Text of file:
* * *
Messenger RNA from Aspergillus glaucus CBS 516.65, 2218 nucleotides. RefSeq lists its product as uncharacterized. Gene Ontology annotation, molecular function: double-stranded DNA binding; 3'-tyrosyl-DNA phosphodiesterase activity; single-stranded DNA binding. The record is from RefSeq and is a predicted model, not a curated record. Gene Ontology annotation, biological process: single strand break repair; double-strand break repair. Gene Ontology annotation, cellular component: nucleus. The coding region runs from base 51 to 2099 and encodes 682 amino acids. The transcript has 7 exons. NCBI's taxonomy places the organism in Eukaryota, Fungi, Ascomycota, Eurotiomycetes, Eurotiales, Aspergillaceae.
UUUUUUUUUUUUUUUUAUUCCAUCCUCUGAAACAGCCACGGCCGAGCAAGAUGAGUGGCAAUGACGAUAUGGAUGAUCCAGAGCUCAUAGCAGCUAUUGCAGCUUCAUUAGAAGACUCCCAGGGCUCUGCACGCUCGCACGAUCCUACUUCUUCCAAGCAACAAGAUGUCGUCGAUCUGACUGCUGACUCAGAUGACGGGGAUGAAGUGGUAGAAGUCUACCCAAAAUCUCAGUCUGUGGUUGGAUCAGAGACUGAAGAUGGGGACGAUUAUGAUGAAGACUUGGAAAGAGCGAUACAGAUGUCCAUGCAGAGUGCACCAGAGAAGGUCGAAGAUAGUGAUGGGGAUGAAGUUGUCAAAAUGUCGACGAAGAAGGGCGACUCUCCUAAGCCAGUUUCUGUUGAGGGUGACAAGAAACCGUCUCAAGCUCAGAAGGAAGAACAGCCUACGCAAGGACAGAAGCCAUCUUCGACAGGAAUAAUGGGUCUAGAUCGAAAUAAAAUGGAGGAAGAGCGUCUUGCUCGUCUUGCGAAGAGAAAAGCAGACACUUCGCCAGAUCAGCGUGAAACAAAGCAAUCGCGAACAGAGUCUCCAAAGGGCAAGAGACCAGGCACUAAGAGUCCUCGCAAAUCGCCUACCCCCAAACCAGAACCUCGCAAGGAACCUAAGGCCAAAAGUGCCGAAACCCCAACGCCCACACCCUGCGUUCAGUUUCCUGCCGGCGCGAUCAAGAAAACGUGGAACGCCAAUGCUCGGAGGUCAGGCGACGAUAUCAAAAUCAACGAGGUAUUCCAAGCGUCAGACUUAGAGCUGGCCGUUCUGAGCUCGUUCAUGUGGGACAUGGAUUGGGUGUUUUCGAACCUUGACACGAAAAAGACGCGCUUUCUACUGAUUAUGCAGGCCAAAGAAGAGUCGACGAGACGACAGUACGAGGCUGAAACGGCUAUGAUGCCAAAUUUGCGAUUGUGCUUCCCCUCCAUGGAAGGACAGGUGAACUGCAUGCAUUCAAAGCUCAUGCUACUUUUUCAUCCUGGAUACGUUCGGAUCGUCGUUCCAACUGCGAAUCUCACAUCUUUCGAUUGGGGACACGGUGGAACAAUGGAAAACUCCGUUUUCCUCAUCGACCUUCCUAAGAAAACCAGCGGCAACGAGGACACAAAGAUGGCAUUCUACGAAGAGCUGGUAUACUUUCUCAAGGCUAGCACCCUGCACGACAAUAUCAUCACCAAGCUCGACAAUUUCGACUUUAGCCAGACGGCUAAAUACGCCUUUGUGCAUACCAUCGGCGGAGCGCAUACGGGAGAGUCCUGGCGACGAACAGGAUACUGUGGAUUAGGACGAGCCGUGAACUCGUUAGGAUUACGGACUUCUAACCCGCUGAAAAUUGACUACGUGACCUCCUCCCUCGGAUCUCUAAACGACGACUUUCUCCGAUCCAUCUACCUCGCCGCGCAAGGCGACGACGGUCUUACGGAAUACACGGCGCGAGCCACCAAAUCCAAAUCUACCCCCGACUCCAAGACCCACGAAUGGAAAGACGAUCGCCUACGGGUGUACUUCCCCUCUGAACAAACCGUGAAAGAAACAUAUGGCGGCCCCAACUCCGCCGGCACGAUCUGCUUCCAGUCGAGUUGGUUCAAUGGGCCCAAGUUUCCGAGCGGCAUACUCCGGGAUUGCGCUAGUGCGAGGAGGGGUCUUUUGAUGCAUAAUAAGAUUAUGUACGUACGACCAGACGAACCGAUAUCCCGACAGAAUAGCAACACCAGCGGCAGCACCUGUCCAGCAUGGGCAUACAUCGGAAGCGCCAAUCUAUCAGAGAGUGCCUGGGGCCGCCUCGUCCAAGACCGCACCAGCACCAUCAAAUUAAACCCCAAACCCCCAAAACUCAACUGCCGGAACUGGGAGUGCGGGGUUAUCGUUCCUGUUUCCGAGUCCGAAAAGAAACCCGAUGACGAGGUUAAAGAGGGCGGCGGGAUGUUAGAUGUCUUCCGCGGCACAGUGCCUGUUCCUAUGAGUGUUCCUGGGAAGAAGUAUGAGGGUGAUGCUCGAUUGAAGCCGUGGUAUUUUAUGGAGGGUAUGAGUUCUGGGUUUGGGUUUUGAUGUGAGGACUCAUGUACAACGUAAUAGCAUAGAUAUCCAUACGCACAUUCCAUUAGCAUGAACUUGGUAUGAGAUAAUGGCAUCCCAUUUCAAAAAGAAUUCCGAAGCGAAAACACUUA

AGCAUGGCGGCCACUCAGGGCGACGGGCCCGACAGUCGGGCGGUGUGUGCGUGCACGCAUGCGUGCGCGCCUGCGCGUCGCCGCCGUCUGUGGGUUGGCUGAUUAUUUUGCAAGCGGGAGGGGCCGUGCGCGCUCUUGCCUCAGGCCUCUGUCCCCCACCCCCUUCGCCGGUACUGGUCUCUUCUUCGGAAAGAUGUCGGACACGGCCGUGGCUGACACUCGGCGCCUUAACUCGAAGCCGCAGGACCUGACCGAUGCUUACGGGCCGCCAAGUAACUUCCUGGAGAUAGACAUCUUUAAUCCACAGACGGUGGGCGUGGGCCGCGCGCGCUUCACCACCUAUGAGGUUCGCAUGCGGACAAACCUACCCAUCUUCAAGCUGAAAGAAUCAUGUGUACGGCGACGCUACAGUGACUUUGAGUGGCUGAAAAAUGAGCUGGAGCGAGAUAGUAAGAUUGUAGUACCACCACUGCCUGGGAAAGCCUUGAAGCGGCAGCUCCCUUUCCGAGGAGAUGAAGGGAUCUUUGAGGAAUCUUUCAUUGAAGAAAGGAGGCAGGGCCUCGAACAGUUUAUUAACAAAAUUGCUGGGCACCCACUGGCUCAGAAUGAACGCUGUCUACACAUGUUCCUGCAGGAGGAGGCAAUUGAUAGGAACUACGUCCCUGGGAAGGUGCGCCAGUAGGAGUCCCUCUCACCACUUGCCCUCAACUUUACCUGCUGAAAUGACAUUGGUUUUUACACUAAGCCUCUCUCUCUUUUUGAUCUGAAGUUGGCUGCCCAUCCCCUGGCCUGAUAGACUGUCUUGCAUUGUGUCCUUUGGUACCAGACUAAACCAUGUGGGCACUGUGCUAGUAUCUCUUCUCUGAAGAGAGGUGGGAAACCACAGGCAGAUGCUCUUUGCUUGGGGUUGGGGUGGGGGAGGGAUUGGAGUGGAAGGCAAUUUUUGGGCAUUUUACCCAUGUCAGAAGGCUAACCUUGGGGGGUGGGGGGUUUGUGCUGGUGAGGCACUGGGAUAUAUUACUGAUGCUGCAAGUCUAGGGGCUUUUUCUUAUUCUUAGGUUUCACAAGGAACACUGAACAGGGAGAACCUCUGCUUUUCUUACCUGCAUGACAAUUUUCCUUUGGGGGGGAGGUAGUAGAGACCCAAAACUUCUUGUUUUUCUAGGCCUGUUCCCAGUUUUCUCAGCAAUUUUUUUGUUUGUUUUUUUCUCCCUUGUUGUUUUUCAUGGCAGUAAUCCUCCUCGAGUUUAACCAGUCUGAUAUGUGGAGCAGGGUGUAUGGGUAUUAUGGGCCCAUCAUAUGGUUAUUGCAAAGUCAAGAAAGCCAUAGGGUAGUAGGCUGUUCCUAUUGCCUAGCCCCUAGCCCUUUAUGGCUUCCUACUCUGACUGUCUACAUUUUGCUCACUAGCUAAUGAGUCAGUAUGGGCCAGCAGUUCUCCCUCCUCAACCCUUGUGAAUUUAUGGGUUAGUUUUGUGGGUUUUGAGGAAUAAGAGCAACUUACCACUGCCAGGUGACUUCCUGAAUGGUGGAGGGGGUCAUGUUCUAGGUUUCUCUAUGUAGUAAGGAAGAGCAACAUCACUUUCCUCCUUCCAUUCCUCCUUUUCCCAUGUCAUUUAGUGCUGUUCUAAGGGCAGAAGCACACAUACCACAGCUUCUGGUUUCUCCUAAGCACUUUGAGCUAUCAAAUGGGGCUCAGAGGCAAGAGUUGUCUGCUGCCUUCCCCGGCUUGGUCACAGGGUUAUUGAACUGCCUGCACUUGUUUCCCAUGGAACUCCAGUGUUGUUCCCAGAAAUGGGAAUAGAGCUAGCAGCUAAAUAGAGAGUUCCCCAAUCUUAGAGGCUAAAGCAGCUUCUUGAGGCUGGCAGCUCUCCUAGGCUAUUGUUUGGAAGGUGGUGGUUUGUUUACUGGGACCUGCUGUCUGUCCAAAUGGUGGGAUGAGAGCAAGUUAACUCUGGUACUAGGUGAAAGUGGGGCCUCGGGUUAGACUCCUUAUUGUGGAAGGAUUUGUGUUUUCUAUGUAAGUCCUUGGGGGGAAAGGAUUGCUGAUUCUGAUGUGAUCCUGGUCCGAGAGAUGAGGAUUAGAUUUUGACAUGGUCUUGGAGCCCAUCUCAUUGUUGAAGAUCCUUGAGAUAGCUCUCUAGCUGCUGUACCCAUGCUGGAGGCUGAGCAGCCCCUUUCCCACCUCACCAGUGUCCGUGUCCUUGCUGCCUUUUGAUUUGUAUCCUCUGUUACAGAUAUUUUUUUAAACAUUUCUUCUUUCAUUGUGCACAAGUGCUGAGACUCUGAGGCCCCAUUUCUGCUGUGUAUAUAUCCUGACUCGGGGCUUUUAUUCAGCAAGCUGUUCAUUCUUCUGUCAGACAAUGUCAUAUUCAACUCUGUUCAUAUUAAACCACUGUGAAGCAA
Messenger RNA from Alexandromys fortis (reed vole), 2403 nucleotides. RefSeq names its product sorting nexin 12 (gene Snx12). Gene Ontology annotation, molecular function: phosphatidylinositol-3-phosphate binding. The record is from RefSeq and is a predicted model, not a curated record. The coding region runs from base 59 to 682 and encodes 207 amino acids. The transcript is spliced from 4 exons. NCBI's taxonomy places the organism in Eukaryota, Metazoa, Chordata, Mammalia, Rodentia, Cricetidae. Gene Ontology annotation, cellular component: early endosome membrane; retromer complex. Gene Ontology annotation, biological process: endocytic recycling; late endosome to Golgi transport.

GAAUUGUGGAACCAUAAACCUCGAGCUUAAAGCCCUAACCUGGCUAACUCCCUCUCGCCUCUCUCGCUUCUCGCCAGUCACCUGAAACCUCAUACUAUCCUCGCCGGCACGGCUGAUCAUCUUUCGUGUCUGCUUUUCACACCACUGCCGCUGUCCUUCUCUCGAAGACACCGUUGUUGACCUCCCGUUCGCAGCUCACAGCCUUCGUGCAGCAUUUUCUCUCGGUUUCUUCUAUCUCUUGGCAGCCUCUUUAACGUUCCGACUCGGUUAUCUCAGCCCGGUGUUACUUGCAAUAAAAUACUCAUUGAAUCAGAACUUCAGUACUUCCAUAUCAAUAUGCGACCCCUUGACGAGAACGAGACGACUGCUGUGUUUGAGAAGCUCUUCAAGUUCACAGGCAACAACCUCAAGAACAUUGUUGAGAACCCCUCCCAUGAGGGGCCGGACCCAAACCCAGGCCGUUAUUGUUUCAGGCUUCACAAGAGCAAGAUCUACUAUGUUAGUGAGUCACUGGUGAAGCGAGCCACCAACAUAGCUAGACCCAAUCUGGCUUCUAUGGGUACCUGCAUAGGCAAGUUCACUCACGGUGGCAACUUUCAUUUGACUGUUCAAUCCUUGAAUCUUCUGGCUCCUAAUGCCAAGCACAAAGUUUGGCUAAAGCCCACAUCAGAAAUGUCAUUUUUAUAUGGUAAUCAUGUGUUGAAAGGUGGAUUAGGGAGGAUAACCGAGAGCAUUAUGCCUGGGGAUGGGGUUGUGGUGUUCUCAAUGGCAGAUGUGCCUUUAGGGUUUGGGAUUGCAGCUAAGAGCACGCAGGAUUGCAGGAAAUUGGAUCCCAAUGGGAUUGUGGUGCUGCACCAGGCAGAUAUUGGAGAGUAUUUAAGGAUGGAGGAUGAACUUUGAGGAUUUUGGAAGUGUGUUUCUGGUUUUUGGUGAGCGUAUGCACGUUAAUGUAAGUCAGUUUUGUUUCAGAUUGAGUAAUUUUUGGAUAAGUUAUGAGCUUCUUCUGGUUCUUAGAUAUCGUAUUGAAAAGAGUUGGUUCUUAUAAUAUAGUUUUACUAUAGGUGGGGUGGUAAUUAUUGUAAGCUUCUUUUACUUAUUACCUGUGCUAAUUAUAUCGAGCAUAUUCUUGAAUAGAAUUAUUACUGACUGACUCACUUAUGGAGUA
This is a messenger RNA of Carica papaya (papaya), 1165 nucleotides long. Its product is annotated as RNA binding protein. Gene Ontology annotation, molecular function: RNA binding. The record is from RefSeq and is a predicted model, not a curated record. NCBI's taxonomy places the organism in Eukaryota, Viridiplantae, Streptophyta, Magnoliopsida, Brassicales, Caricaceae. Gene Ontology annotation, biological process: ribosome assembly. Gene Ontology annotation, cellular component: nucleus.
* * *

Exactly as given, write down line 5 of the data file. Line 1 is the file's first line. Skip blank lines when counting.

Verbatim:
GAAUUGUGGAACCAUAAACCUCGAGCUUAAAGCCCUAACCUGGCUAACUCCCUCUCGCCUCUCUCGCUUCUCGCCAGUCACCUGAAACCUCAUACUAUCCUCGCCGGCACGGCUGAUCAUCUUUCGUGUCUGCUUUUCACACCACUGCCGCUGUCCUUCUCUCGAAGACACCGUUGUUGACCUCCCGUUCGCAGCUCACAGCCUUCGUGCAGCAUUUUCUCUCGGUUUCUUCUAUCUCUUGGCAGCCUCUUUAACGUUCCGACUCGGUUAUCUCAGCCCGGUGUUACUUGCAAUAAAAUACUCAUUGAAUCAGAACUUCAGUACUUCCAUAUCAAUAUGCGACCCCUUGACGAGAACGAGACGACUGCUGUGUUUGAGAAGCUCUUCAAGUUCACAGGCAACAACCUCAAGAACAUUGUUGAGAACCCCUCCCAUGAGGGGCCGGACCCAAACCCAGGCCGUUAUUGUUUCAGGCUUCACAAGAGCAAGAUCUACUAUGUUAGUGAGUCACUGGUGAAGCGAGCCACCAACAUAGCUAGACCCAAUCUGGCUUCUAUGGGUACCUGCAUAGGCAAGUUCACUCACGGUGGCAACUUUCAUUUGACUGUUCAAUCCUUGAAUCUUCUGGCUCCUAAUGCCAAGCACAAAGUUUGGCUAAAGCCCACAUCAGAAAUGUCAUUUUUAUAUGGUAAUCAUGUGUUGAAAGGUGGAUUAGGGAGGAUAACCGAGAGCAUUAUGCCUGGGGAUGGGGUUGUGGUGUUCUCAAUGGCAGAUGUGCCUUUAGGGUUUGGGAUUGCAGCUAAGAGCACGCAGGAUUGCAGGAAAUUGGAUCCCAAUGGGAUUGUGGUGCUGCACCAGGCAGAUAUUGGAGAGUAUUUAAGGAUGGAGGAUGAACUUUGAGGAUUUUGGAAGUGUGUUUCUGGUUUUUGGUGAGCGUAUGCACGUUAAUGUAAGUCAGUUUUGUUUCAGAUUGAGUAAUUUUUGGAUAAGUUAUGAGCUUCUUCUGGUUCUUAGAUAUCGUAUUGAAAAGAGUUGGUUCUUAUAAUAUAGUUUUACUAUAGGUGGGGUGGUAAUUAUUGUAAGCUUCUUUUACUUAUUACCUGUGCUAAUUAUAUCGAGCAUAUUCUUGAAUAGAAUUAUUACUGACUGACUCACUUAUGGAGUA